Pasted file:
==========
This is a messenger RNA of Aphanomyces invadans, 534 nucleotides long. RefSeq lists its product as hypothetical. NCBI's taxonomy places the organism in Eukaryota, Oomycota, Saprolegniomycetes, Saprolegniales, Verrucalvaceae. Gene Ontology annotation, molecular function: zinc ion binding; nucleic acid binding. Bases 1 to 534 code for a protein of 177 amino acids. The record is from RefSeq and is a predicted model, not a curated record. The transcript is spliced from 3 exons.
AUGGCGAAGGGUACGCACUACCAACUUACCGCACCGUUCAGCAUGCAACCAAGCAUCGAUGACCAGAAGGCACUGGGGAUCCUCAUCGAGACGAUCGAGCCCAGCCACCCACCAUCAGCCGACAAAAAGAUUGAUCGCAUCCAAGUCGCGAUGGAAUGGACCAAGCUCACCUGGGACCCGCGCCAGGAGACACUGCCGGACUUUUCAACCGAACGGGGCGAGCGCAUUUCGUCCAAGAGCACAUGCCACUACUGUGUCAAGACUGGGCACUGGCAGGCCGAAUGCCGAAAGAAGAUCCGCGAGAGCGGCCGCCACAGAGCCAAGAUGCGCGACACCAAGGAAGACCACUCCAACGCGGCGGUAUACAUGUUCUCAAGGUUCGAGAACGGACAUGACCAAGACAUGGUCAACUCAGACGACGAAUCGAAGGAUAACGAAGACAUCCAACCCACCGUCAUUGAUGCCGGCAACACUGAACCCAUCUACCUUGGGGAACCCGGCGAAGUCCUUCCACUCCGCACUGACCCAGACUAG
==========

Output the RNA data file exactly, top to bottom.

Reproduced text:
This is a messenger RNA of Aphanomyces invadans, 534 nucleotides long. RefSeq lists its product as hypothetical. NCBI's taxonomy places the organism in Eukaryota, Oomycota, Saprolegniomycetes, Saprolegniales, Verrucalvaceae. Gene Ontology annotation, molecular function: zinc ion binding; nucleic acid binding. Bases 1 to 534 code for a protein of 177 amino acids. The record is from RefSeq and is a predicted model, not a curated record. The transcript is spliced from 3 exons.
AUGGCGAAGGGUACGCACUACCAACUUACCGCACCGUUCAGCAUGCAACCAAGCAUCGAUGACCAGAAGGCACUGGGGAUCCUCAUCGAGACGAUCGAGCCCAGCCACCCACCAUCAGCCGACAAAAAGAUUGAUCGCAUCCAAGUCGCGAUGGAAUGGACCAAGCUCACCUGGGACCCGCGCCAGGAGACACUGCCGGACUUUUCAACCGAACGGGGCGAGCGCAUUUCGUCCAAGAGCACAUGCCACUACUGUGUCAAGACUGGGCACUGGCAGGCCGAAUGCCGAAAGAAGAUCCGCGAGAGCGGCCGCCACAGAGCCAAGAUGCGCGACACCAAGGAAGACCACUCCAACGCGGCGGUAUACAUGUUCUCAAGGUUCGAGAACGGACAUGACCAAGACAUGGUCAACUCAGACGACGAAUCGAAGGAUAACGAAGACAUCCAACCCACCGUCAUUGAUGCCGGCAACACUGAACCCAUCUACCUUGGGGAACCCGGCGAAGUCCUUCCACUCCGCACUGACCCAGACUAG